Cal.4: SDT for financial records in a pollution investigation to properly assess penalty was reasonable

The state’s subpoena for records in a pollution investigation were statutorily based, within the agency’s jurisdiction, and reasonable in scope. Here, the records were financial, and it was for imposing a reasonable penalty. The subpoena also did not violate a right to privacy because the records gathered can’t be otherwise disclosed. State Water Resources Control Bd. v. Baldwin & Sons, Inc., 2020 Cal. App. LEXIS 101 (4th Dist. Jan. 16, 2020) (published Feb. 10, 2020):

We conclude the trial court properly balanced the competing interests here. Although Appellants assert the trial court did not adequately explain the basis for its ruling, it is clear from the record that the trial court considered the scope of the subpoena requests and Appellants’ relevancy and privacy concerns, balanced the competing interests, and carefully exercised its discretion in compelling production of responsive documents subject to a protective order. For reasons already discussed ante, in applying the Brovelli test, the State Board has a legitimate and important interest in obtaining Appellants’ Financial Documents to aid in its investigation. (Hill, supra, 7 Cal.4th at p. 38.) Appellants have not shown any error on this record. (See Tom v. Schoolhouse Coins (1987) 191 Cal.App.3d 827, 830 [236 Cal. Rptr. 541] (Tom) [compelling production of various business records, including complete customer list with customers’ identities, where there was “a sufficiently compelling governmental interest in identifying and rectifying violations of the securities laws to justify the de minimus intrusion” on any privacy interests held by the customers]; see also Arnett v. Dal Cielo (1996) 14 Cal.4th 4, 6, 24 [56 Cal. Rptr. 2d 706, 923 P.2d 1] [peer review records that were protected by statute and not subject to discovery were nonetheless subject to disclosure in response to an investigative subpoena].)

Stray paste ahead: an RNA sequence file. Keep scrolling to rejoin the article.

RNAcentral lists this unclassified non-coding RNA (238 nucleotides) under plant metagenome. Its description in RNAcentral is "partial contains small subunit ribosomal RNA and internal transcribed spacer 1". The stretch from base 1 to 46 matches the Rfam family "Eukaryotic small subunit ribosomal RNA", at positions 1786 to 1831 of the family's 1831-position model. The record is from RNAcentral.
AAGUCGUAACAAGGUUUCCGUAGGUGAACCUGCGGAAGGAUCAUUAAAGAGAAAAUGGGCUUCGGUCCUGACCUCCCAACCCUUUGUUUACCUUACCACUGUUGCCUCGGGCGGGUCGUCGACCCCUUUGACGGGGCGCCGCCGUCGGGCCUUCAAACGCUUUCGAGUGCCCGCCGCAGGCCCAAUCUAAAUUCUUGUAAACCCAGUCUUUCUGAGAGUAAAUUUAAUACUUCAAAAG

The subpoena process itself guarantees limited use and precludes unauthorized disclosure of Appellants’ financial information. (Gov. Code, §§ 11181, subds. (g) & (h), 11183; Tom, supra, 191 Cal.App.3d at p. 830 [financial privacy interest was “adequately protected by Government Code section 11183, which makes it a misdemeanor for any public officer to divulge information pertaining to the ‘confidential or private transactions, property or business of any person’ acquired pursuant to the investigative authority conferred by Government Code sections 11180 and 11181”].) And the trial court provided additional protections when it issued a protective order. (See City and County of San Francisco v. Uber Technologies, Inc. (2019) 36 Cal.App.5th 66, 84 [248 Cal. Rptr. 3d 273] (Uber) [rejecting “Uber’s contention that the trial court’s order should be reversed on the basis that the administrative subpoenas invade the privacy and confidentiality interests of Uber or third parties,” where a protective order was in place].)

Appellants have not shown that the confidentiality provisions in the protective order are insufficient to protect their interests. …

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